Order of an Element Modulo m and Applications – Part II

Having introduced the concept of the (multiplicative) order of a modulo m, let us use it to solve some problems.

Problem 1. Prove that if n > 1 is an integer, then n does not divide 2n – 1.

Proof. Since n > 1, we can pick the smallest prime factor p of n. Suppose, on the contrary, that n divides 2n – 1. Then p must also divide 2n – 1 so we have 2n ≡ 1 (mod p). On the other hand, since 2n – 1 is odd, p > 2 so we know by Fermat’s little theorem that 2p-1 ≡ 1 (mod p). Now if we let d be the multiplicative order of 2 modulo p, then d | n and d | (p-1). This shows that d is a factor of n which is even smaller than p. The only possibility is d = 1, i.e. 21 ≡ 1 (mod p) which is absurd. ♦

Problem 2. Prove that if m, n are positive integers with m odd, then 2m – 1 and 2n + 1 are coprime.

Proof. Suppose they are not, so there is a prime p which divides both 2m – 1 and 2n + 1. Note that p is odd. This means that: 2m ≡ 1 (mod p) and 2n ≡ -1 (mod p). But the latter also implies 22n ≡ 1 (mod p). Hence, if d is the multiplicative order of 2 modulo p, then d | m and d | 2n but d does not divide n. Thus, d divides 2n but not n, it must be 2k for some k | n. In particular, d is even, which contradicts the fact that d divides odd m. ♦

Problem 3. Prove that if k is a natural number and n = 2k – 1 then k | φ(n).

Proof. This clearly holds for k = 1. For k > 1, let d = ordn(2) – which is well-defined since n is odd. By Euler’s theorem, 2φ(n) ≡ 1 (mod n) so we know that d divides φ(n). On the other hand, since n = 2k – 1 it’s easy to compute d: the successive powers of 2 modulo n is given by: 1, 2, 22, … , 2k-1, 2k ≡ 1 (mod n). Since the first k terms are all < n, it is clear that d = k. Thus, k divides φ(n) as desired. ♦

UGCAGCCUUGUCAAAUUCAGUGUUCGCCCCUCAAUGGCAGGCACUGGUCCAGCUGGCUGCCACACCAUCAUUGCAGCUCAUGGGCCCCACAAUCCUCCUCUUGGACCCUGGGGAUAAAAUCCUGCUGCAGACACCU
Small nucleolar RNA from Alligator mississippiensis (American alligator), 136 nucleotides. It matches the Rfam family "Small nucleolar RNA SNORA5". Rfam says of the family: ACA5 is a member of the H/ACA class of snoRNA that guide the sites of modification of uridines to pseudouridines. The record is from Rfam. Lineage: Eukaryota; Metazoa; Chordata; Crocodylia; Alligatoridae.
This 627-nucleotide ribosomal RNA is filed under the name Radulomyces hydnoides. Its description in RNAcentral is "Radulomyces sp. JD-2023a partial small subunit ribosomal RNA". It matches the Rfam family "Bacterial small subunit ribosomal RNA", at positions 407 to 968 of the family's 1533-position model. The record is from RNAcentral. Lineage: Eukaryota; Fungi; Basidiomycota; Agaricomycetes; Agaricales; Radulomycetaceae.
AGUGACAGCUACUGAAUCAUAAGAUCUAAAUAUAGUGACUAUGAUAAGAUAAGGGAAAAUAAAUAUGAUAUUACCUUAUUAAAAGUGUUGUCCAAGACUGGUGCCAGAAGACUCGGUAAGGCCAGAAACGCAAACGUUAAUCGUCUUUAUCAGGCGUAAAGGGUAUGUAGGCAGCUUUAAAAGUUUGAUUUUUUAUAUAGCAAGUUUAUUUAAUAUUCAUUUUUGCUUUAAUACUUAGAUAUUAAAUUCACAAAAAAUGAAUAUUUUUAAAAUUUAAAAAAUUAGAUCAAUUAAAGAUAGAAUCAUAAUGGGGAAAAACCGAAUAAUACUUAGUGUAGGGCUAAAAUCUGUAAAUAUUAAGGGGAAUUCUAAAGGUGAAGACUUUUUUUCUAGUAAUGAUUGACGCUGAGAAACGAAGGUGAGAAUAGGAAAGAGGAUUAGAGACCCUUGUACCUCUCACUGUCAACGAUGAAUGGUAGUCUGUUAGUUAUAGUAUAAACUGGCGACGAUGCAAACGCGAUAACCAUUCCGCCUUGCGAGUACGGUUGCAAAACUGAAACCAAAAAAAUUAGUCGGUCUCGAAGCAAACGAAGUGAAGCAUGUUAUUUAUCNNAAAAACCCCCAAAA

Here are more problems which can be solved by skilfully applying the concept of order.

Problem 4. Prove that if p is prime, then pp – 1 has a prime factor which is congruent to 1 mod p.

Problem 5. Prove that if n is even, then any divisor of n4 + 1 is congruent to 1 mod 8. Can you generalise the result?

Problem 6. Prove that if n is even and not a multiple of 3, then any divisor of n2 + 3 is congruent to 1 mod 3. [ PS. The solution to this problem can be somewhat simplified with quadratic reciprocity, something which I will hopefully cover at a later date. ]

Problem 7. [ IMO 1989 Shortlisted ] Let m > 1 be an integer. Find the smallest positive integer n such that 21989 divides mn – 1.

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2 Responses to Order of an Element Modulo m and Applications – Part II

  1. Eugene Lee says:

    These problems are really hard! 😦

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